We had our monthly canyon walk at Lunada Canyon on Saturday and were shocked to find the canyon in a devastated condition. At first it looked like someone had come in with a weed-whacker and just indiscriminately hacked away at the plants along the path, but on one side of the path only. Last time I saw the canyon, I had remarked that they were having problems with the weeds overtaking the path to the point that the path was obliterated and people were making their own paths up and down the cliff side.
This used to be a stand of Giant Rye Grass (Leymus condensatus). You'll have to take my word for it. It should be seeding now. Gone. But they left the trash.
We found little brown pellets everywhere and even noted that the pellets started and stopped where the devastation had occurred. In fact, one of us slipped and fell on the pellets laying all over the drive at the entrance to the canyon. We were at a loss to explain all of this.
When I got home, I got a call from my sister and I told her about the walk and the condition of the plants. She lives in Connecticut and said that back there, deer will eat all the leaves of a plant and leave the stems. Then I remembered two things. A couple of years ago, at the cemetery where my DDH is buried, I saw a herd of goats that had been set free on the undeveloped land that was soon going to be put to use. I also remembered a remark one of the nearby residents had made to us as we started our walk at the canyon Saturday morning, "Well, at least it's better than goats in the canyon." I hadn't a clue to what she was referring at the time. But as I scanned my photos at home yesterday, suddenly the light when on and I knew what had happened in the canyon. The PV Land Conservancy must have hired a herd of goats to come in and clear the weeds from the hillsides. They could have used portable fences to keep the goats on one side of the path, leaving the other untouched. I haven't received confirmation yet, but it's the one explanation that fits.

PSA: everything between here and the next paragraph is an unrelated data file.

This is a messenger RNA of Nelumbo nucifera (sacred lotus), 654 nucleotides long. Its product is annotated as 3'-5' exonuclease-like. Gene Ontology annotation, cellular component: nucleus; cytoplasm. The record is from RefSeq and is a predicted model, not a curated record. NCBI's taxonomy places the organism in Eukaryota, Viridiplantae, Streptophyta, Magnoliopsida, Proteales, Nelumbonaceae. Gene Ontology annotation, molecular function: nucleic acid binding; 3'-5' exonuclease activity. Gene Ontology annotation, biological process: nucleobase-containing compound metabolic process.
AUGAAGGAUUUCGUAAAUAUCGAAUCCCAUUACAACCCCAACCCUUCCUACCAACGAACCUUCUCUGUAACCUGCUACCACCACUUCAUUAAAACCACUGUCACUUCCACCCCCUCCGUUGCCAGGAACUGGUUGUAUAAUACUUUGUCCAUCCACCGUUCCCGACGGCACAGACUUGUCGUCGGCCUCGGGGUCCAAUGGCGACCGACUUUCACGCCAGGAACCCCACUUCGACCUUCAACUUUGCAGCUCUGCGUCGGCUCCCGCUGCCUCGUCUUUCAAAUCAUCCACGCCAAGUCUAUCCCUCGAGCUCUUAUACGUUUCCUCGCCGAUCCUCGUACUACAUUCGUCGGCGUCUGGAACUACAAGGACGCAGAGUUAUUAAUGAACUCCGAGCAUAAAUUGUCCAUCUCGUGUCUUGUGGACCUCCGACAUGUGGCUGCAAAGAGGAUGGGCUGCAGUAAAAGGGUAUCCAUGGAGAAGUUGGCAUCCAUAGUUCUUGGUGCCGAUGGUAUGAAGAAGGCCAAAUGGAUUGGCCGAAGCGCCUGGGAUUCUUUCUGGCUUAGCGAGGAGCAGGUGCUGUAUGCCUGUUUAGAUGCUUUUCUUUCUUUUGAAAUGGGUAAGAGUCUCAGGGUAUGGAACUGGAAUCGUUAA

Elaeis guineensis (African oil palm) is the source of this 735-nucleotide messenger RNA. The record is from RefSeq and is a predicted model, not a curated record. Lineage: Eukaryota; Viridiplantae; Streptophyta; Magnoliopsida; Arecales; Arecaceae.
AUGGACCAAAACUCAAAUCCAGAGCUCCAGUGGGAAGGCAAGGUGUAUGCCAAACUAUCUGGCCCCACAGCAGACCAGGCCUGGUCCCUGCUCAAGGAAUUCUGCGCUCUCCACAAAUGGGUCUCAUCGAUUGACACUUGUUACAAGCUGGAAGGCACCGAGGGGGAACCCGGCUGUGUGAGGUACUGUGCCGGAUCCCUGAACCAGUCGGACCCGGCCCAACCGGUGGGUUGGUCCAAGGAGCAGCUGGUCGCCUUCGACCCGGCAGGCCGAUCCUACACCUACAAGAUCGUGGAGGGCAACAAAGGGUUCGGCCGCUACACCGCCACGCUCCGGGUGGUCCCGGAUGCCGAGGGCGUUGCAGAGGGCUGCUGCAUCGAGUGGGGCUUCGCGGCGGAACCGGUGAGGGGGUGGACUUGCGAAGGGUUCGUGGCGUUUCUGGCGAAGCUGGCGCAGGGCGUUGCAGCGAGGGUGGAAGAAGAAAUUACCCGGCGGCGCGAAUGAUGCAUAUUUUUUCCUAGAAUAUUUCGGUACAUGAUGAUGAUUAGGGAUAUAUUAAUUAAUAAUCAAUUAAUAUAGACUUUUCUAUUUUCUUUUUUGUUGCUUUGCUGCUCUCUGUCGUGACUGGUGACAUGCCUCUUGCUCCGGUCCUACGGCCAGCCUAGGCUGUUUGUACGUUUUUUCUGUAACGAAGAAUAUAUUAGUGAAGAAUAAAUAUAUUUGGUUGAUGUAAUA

Aargh! Whose idea was that? Goats wreak havoc and make things worse than before. For one thing they leave the roots of all the plants and weeds, so the opportunistic non-natives can come back with a vengeance. And for another, their droppings spread the weeds and add new ones to the mix. Goat feed normally consists of corn, oats, wheat, molasses, and who knows what.
I'll be waiting to hear the official explanation of what happened and why. I'll also be waiting to see what they do next to restore the canyon. Is this the way they started? Hired goats, whacked the weeds to the ground but left the roots? And then planted natives in the hopes they would take over? If I were one of the many volunteers who planted the native plants four or five years ago, I'd be very reluctant to do so again. This whole process may just recycle over and over.